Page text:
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Flocking to help wildlife

Primary children are getting involved in the fight against crime - but not on the streets, reports Karen Shead

Few pupils have the chance to see a bird of prey close up, perched on the arm of a falconer in their school hall. However, at St Ninian's Primary in Edinburgh they are getting used to this kind of event.

To help with a P6 project on wildlife crime, the pupils receive visits from experts in the field. Last week they met a police wildlife liaison officer and a representative from the Royal Society for the Protection of Birds.

Police officer Neil Hunter, who is a falconer, showed them two peregrine falcons. As a wildlife liaison officer he regularly visits schools to teach children about wildlife crime. "When I take the birds along the children are always interested," he says. "It's not often they will get the chance to see such birds."

Jonathon Osborne, a youth and volunteer manager for the RSPB, gave a presentation on wildlife crime and in the question and answer session which followed all the children were keen to show off the knowledge they have acquired over the school year.

The pupils are actively involved with the Partnership for Action Against Wildlife Crime (PAW), a joint initiative launched in November 1995 by the police, statutory agencies and non-profit groups who have an interest in wildlife law enforcement.

The school's project is in its second year. The children, or PAW pups as they are known, are following in the footsteps of last year's P7s. The year-long project includes talks from conservation experts and trips to see wildlife in natural habitats as well as research and written work.

P6 teacher Roisin O'Reilly believes the project has made the children more aware of wildlife crime. "I think that they were aware people steal eggs but not about the other crimes," she says.

Now the pupils at St Ninian's are keen to tell anyone that wildlife crime does not just involve taking projected species (flora as well as fauna) from the wild, but also includes destroying nests, bat roosts and other protected habitats, badger baiting, poaching and illegal shooting, poisoning and hunting.

At the beginning of the project, when Ms O'Reilly wrote "osprey" on the board, only one child knew it was a bird. Now, Ms O'Reilly says, the pupils have become so interested in the subject that they choose to do more work than necessary. She finds it an interesting topic to teach and their enthusiasm makes it even more enjoyable.

"It's a really positive experience for the children", she says. "They don't have to be really good at subjects like maths or English to get involved in something like this."

Ten-year-old Mark McCole was interested in birds before the project started, but says he knows a lot more about wildlife crime now. "I thought it was just about shooting the animals."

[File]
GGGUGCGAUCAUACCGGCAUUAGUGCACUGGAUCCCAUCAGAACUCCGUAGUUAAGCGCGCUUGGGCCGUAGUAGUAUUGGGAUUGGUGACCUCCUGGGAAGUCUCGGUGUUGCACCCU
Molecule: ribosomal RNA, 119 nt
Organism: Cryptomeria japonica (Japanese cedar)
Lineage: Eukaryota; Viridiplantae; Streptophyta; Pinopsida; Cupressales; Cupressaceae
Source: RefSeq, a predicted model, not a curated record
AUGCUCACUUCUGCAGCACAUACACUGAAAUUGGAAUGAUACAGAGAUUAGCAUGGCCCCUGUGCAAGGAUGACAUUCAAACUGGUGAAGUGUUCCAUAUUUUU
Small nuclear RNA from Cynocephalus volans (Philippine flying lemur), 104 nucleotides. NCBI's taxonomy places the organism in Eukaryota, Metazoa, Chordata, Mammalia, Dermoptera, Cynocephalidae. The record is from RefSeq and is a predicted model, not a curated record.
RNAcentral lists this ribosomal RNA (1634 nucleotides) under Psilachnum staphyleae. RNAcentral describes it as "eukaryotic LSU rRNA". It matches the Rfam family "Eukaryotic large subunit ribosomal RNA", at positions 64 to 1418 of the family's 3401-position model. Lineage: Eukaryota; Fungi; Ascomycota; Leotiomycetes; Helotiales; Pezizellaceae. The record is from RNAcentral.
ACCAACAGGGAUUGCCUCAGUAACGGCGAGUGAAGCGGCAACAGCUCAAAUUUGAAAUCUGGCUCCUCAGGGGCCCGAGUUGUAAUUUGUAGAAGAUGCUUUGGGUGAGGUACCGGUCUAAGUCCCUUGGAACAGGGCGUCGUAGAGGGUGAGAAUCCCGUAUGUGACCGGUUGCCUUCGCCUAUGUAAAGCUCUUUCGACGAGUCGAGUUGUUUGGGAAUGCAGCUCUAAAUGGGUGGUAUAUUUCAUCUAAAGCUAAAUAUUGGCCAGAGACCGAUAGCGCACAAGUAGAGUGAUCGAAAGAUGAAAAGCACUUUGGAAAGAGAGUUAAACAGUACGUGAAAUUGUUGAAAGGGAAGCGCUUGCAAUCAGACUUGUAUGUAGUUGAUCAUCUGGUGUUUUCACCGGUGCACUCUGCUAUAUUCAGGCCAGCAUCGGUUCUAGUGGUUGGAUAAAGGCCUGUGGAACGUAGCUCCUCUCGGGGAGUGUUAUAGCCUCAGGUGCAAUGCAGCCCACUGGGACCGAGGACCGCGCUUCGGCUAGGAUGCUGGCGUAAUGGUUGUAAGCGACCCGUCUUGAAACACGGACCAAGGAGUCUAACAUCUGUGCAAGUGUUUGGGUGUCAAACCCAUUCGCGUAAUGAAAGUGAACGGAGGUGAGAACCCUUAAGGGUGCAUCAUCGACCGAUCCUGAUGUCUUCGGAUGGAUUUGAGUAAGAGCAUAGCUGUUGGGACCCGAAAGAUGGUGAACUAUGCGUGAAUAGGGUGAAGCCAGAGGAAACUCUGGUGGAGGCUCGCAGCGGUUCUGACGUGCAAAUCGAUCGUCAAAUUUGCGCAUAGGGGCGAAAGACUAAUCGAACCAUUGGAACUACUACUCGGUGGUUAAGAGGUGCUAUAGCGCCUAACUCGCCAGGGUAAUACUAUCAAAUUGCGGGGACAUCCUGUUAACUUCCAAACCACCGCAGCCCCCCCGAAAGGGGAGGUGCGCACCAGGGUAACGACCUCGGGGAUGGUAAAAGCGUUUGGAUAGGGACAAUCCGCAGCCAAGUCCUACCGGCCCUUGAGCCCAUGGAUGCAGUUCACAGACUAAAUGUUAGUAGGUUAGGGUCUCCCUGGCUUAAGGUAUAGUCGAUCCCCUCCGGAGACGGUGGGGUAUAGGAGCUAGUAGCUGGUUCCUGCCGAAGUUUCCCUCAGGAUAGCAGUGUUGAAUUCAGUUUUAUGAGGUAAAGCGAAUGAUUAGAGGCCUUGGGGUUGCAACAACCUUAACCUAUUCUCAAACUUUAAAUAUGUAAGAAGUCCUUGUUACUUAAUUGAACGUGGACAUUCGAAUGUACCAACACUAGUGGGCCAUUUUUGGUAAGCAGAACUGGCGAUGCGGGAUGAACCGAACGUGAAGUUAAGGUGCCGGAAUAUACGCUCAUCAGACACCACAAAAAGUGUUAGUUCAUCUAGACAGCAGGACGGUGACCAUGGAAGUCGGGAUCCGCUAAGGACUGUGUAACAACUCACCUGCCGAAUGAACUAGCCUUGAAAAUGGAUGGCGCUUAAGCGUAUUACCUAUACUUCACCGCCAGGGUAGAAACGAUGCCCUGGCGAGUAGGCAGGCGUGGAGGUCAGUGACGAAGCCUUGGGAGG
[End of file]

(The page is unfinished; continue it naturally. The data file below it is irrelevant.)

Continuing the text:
Classmates Siobhan Campbell, Megan MacKinnon and Zara Qureshi are enjoying the project, too, and they all think that other schools should follow their lead.

Zara says: "It really opens your eyes to wildlife crime."

"People come in to talk to us about the birds and wildlife, which is the best bit," says Megan. "But we also look up things on the internet and we have worked in pairs to find out about one bird and are giving a presentation on it."

Siobhan thinks that seeing live birds has been the highlight of the project.

The PAW partners increasingly believe that educating children is an important way of tackling wildlife crime. John Ralston of Scottish Natural Heritage, who led the drive to get a primary school involved, says:

"Educating children is so important in matters like this. These children are the next generation and this project is not just for one year, it's for life."

He hopes the project will be expanded to other schools. "The dream is to implement a project like this in all schools throughout Scotland. The more awareness we promote, the better," he says.

"Most of the pupils here haven't done this kind of thing before. We take them outside Edinburgh and show them the wider perspective."

Headteacher Paul Deponio believes there are several benefits to the project. "It teaches the pupils about caring for their environment and promotes an understanding of living things." It also teaches them about geography - the children learn about the destinations of migrating birds - and helps with their personal development. "It raises their self-esteem as they are undertaking their own research projects and doing things they otherwise wouldn't get to do.

"To be able to be part of PAW is fantastic. We would like to make it a regular programme."

The next event on the PAW pups' calendar is a day trip to Loch of the Lowes. The outing, organised by Scottish Natural Heritage, will give them the chance to see a barn owl and an osprey in their natural habitats. The pupils say they can't wait.

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